Thursday, April 25, 2013

When to sell my dividend stocks?

Investors always look for the perfect formula that would enable them to purchase the best stocks at bargain prices, which would provide large capital gains over time and an increasing stream of dividend gains. One could line up one or several indicators in order to reach a buy decision. Selling a stock however, is what could ultimately determine whether you succeed or fail in the long run.

As a buy and hold dividend investor, I try to pick stocks that trade at reasonable levels, and then dollar cost average my way into the position. My holding period is forever, as long as certain prerequisites are met. I don’t set target prices at which to exit, as most often than not the market is either going to blast through this level and never look back. Furthermore setting target prices at which to sell at would imply that I know when to sell high and that this “high” price will not be reached again the foreseeable future.

There are three conditions that could make me sell the stock I am holding.

- Company is bought out by another company for cash or stock or it is taken private
- The stock takes a very high portion of my portfolio, relative to other positions
- Company slashes or eliminates its dividend.
- Company is overvalued relative to future growth prospects and current yield.

I will focus my attention on selling when a stock that I own cuts or suspends its dividends. One of the main reasons why I would enter into a dividend stock is because I believe that the dividend would be increased over time, bringing my yield on cost upward to a comfortable double digit level. If a company maintains its dividend payment, without cutting it, I would still hold on to the stock. When the dividend is cut or suspended however, my goal of generating an increasing stream of dividend income is no longer valid. Thus, selling my whole position in this company is the best decision to make. Bank of America (BAC), Citigroup (C) and General Motors (GM) are three good examples that selling right after a dividend cut is a good strategy.

Next week I will discuss why I disagree with the notion that selling after a dividend cut is an example of buy high sell low.

Relevant Articles:

- What Dividend Growth Investing is all about?
- Best Dividends Stocks for the Long Run
- Dividends and The Great Depression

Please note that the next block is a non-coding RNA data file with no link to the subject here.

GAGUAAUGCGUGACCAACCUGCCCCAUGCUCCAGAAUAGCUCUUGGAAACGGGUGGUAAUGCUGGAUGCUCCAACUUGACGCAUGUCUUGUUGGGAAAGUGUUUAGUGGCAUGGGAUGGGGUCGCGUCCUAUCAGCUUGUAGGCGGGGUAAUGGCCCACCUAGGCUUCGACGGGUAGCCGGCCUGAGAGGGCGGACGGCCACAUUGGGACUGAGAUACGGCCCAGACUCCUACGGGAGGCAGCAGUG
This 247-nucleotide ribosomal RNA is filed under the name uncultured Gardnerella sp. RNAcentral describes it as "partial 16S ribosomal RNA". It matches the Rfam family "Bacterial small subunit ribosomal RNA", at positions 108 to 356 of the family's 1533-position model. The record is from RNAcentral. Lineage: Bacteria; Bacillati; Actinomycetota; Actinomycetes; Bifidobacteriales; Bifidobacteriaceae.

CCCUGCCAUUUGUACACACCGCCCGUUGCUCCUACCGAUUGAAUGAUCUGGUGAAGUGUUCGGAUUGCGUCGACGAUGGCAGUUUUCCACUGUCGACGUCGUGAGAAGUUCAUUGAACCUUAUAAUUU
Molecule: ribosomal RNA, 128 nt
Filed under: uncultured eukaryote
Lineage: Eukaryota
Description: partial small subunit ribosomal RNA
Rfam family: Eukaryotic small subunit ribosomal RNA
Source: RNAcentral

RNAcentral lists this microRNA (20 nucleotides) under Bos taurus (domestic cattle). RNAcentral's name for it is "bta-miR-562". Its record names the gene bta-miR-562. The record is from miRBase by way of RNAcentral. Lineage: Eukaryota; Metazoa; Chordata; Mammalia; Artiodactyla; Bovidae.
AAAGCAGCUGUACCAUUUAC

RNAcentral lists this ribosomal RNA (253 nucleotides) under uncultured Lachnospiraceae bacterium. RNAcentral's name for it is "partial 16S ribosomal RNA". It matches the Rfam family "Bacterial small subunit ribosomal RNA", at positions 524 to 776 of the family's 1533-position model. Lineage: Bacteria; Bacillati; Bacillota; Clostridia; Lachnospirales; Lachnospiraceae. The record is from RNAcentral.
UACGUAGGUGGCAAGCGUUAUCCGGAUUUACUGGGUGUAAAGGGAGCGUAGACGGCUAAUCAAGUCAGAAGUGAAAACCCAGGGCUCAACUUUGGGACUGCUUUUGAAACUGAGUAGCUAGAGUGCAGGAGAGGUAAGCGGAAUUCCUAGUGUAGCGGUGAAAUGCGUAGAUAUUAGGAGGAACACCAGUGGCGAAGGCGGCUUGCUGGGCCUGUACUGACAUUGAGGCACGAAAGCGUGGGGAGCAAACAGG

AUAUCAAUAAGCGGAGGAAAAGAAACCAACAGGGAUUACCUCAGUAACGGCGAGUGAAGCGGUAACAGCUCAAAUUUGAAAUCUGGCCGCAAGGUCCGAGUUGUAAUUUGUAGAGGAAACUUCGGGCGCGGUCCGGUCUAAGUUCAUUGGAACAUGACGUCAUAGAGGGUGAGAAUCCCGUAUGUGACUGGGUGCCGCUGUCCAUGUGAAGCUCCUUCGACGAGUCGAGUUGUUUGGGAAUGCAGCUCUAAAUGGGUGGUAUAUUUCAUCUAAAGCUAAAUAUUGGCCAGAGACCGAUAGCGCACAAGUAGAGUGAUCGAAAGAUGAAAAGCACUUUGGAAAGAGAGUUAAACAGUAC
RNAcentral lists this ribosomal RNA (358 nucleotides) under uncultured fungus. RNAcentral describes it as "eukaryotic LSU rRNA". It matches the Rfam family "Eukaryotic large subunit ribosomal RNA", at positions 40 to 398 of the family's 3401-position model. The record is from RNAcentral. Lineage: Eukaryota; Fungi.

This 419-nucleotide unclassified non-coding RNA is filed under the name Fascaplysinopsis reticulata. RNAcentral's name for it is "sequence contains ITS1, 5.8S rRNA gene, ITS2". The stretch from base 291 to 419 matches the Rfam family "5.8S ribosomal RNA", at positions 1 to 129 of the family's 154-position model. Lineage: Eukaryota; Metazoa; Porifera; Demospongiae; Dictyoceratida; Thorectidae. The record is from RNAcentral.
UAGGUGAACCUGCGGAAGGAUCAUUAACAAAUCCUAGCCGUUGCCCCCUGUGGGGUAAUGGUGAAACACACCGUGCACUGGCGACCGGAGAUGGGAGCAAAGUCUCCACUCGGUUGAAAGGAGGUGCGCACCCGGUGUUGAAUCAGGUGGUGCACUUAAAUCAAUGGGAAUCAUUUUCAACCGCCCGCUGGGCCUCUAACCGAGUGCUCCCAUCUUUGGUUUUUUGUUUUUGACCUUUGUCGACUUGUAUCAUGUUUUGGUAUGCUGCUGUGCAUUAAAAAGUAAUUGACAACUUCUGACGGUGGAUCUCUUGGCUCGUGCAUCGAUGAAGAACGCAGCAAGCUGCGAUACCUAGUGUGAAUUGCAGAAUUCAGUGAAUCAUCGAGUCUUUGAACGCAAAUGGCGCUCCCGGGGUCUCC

- Dividend Portfolio Investing for monthly income

This article was included in the Carnival of Wealth, Slump Busted Edition


  1. If you believed a dividend cut was inevitable, it would be better to sell well ahead of the announcement. By the time the cut's announced, chances are the stock's already fallen quite a bit.

    Of course, once a cut is announced, there's still a whole lot of downside left in the stock. Your examples illustrate that point very well.

    And if you wanted to get super fancy, you could write in the money covered calls on the offending stock, giving you protection to the downside and recouping/replacing the lost dividend stream with the option premium.

    But, in the end, selling the %#$#@# thing is probably the best course.

  2. I rather get rid of the stock prior to a dividend cut. If both sales and earnings are slowing down and the payout ratio starts to increase dangerously, I better be safe than sorry and pull the trigger.

    For the past 3 years, I didn't have to sell any of my dividend stocks. So far, they all have been increasing their dividend instead :-)

  3. The tax consideration is very important when attempting to rebalance your portfolio. Rebalancing is the right move in general, but better in a Roth IRA.

  4. I generally agree with all four selling conditions. However, with respect to the second condition, I'm always hesitant to sell a stock that is taking a too large portion of my portfolio if the reason is a steady rise of its price.

    At some point, if you bought a great company at good price, the stock will most likely rise. Maybe faster and higher than your other stocks. If you add split and further increases in stock price, your small initial investment might become pretty large. I have Abbott in mind.

    Still, if the prospects of the company remain good, I think I would keep the whole stake.

    Otherwise, I would have to reinvest the proceeds of my sale into another stock I probably know less.

    But in the end, it remains a personal judgement call.


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